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Pornhub’s ‘first non-porn movie’ is super woke – just what it needs, with all the bad optics

Micah Curtis
Micah Curtis

is a game and tech journalist from the US. Aside from writing for RT, he hosts the podcast Micah and The Hatman, and is an independent comic book writer. Follow Micah at @MindofMicahC

is a game and tech journalist from the US. Aside from writing for RT, he hosts the podcast Micah and The Hatman, and is an independent comic book writer. Follow Micah at @MindofMicahC

Pornhub’s ‘first non-porn movie’ is super woke – just what it needs, with all the bad optics
It’s been announced that pornography titan Pornhub will be hosting ‘Shakedown,’ a non-porn documentary about black lesbian strippers. This seems like a move that’s meant to distract from recent controversies.

Pornhub hasn’t exactly had the best time as of late, with all the controversies it’s been involved in. There’s the Girls Do Porn case where the bosses of the GDP brand face criminal charges. After that, a Motherboard piece showed that Pornhub’s measures to prevent offending content from getting reuploaded flat out don’t work. Then there’s the story of Rose Kalemba, who was raped and the video of it was uploaded to the site, and another story where an alleged underage lewd battery victim had videos of what was done to her uploaded to Pornhub and other platforms. The following petition from Laila Mickelwait to take the site down ended up getting over three hundred thousand signatures.

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It goes without saying that Pornhub could use a public relations win.

Yesterday, Variety reported that the porn monolith would be releasing its very first non-porn film. A documentary by filmmaker and conceptual artist Leilah Weinraub called Shakedown will be debuting this month, which is about black lesbian and gay strippers. It is described as “a stream-of-consciousness, nonfiction narrative about the queer women and men who populated the lesbian strip club scene in Los Angeles in the early aughts.” From the outside looking in, this checks just about every checkbox to receive the descriptor of ‘woke.’ The film description sounds tailor-made to get a bunch of retweets by people with pronouns in their bios.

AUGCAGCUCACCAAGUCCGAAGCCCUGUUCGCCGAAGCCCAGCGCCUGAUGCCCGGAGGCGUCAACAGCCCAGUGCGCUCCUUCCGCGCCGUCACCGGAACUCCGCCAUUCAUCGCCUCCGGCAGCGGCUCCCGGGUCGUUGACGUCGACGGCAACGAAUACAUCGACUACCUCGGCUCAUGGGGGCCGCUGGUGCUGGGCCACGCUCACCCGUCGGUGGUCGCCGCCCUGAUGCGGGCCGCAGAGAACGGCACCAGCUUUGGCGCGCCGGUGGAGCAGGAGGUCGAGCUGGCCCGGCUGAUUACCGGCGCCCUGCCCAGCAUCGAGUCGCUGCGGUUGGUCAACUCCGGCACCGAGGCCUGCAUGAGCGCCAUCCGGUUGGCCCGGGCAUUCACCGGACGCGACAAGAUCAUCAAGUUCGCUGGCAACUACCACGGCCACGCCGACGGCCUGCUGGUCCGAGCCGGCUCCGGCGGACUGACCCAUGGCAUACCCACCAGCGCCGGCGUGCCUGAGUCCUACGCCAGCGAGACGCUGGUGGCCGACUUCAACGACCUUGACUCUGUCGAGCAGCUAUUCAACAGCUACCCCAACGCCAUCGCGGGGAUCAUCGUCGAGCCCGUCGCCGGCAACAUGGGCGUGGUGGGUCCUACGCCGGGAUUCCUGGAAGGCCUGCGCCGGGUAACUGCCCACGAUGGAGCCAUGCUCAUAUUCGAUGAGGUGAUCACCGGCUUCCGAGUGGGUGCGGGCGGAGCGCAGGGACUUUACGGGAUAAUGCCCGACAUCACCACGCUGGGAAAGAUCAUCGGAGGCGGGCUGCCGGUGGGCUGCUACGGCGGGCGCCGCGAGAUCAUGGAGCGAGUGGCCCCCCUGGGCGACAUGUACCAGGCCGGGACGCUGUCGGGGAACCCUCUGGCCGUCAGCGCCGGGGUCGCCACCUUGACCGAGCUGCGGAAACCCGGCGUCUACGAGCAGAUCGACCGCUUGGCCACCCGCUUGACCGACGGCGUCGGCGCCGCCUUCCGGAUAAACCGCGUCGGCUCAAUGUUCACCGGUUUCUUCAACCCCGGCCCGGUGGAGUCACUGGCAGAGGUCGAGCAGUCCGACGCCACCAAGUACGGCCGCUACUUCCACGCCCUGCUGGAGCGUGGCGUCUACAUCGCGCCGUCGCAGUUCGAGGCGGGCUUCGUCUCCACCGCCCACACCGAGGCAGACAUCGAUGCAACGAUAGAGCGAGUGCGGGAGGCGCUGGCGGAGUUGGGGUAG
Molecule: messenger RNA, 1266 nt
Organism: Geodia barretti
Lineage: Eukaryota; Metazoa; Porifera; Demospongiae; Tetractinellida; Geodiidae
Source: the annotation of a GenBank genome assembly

It also sounds like a PR stunt.

The fact of the matter is that the public’s perception of Pornhub was never going to be that great because they’re a porn site, but now it’s even worse. The articles decrying Pornhub’s issues have come from both sides of the political aisle, and one would have to wonder if the site really cares that much about the wellbeing of those who have videos of their ‘performances’ uploaded. Why at this point would Pornhub feel the need to give such a push to a non-porn film? Even with the saucy angle of lesbian strippers, does it really fit what they’d get clicks for? Especially since lesbian strippers is likely considered tame content for the site.

This is like Arby’s starting a vegan menu. The decision makes no practical sense. It’s a documentary about a niche adult industry that likely isn’t going to make them that much money, compared to all of the amateur and professional adult content creators doing the horizontal (and any other position you can imagine) tango. With that in mind, this quote from Pornhub’s Alex Klein: 

This film is part of a larger general commitment Pornhub has to supporting the arts. We want to be seen as a platform that artists and creators can use.

– sounds like stuff from The Onion. For Pornhub, this is a “pay no attention to the man behind the curtain” moment. What makes it funnier is that it’s likely to work with today’s media, with the likes of Variety, IndieWire and Endgaget already gobbling it up.

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The statements, views and opinions expressed in this column are solely those of the author and do not necessarily represent those of RT.

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